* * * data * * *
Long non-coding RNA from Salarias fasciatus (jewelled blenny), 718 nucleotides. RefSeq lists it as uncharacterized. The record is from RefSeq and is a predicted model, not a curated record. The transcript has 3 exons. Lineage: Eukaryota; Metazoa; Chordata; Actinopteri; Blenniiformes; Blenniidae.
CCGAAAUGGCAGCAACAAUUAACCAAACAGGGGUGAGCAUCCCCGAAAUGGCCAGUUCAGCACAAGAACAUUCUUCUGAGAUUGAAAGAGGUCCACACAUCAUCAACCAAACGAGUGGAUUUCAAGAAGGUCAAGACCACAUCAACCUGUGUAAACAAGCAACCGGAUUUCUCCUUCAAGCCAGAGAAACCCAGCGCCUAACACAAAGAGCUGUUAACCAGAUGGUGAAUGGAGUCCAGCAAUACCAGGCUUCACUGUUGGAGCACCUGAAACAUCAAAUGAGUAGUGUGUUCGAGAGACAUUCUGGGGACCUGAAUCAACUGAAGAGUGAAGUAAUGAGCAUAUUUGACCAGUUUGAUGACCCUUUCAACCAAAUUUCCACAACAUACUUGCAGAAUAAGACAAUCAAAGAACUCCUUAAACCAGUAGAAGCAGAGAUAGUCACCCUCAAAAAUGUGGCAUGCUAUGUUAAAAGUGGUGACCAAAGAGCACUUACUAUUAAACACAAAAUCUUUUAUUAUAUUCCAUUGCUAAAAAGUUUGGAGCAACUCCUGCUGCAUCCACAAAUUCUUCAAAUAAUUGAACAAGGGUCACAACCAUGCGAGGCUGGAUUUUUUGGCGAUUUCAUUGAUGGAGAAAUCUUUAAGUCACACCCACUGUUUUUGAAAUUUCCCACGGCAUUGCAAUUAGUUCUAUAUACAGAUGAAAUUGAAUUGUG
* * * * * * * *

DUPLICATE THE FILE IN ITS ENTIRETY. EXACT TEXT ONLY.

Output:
Long non-coding RNA from Salarias fasciatus (jewelled blenny), 718 nucleotides. RefSeq lists it as uncharacterized. The record is from RefSeq and is a predicted model, not a curated record. The transcript has 3 exons. Lineage: Eukaryota; Metazoa; Chordata; Actinopteri; Blenniiformes; Blenniidae.
CCGAAAUGGCAGCAACAAUUAACCAAACAGGGGUGAGCAUCCCCGAAAUGGCCAGUUCAGCACAAGAACAUUCUUCUGAGAUUGAAAGAGGUCCACACAUCAUCAACCAAACGAGUGGAUUUCAAGAAGGUCAAGACCACAUCAACCUGUGUAAACAAGCAACCGGAUUUCUCCUUCAAGCCAGAGAAACCCAGCGCCUAACACAAAGAGCUGUUAACCAGAUGGUGAAUGGAGUCCAGCAAUACCAGGCUUCACUGUUGGAGCACCUGAAACAUCAAAUGAGUAGUGUGUUCGAGAGACAUUCUGGGGACCUGAAUCAACUGAAGAGUGAAGUAAUGAGCAUAUUUGACCAGUUUGAUGACCCUUUCAACCAAAUUUCCACAACAUACUUGCAGAAUAAGACAAUCAAAGAACUCCUUAAACCAGUAGAAGCAGAGAUAGUCACCCUCAAAAAUGUGGCAUGCUAUGUUAAAAGUGGUGACCAAAGAGCACUUACUAUUAAACACAAAAUCUUUUAUUAUAUUCCAUUGCUAAAAAGUUUGGAGCAACUCCUGCUGCAUCCACAAAUUCUUCAAAUAAUUGAACAAGGGUCACAACCAUGCGAGGCUGGAUUUUUUGGCGAUUUCAUUGAUGGAGAAAUCUUUAAGUCACACCCACUGUUUUUGAAAUUUCCCACGGCAUUGCAAUUAGUUCUAUAUACAGAUGAAAUUGAAUUGUG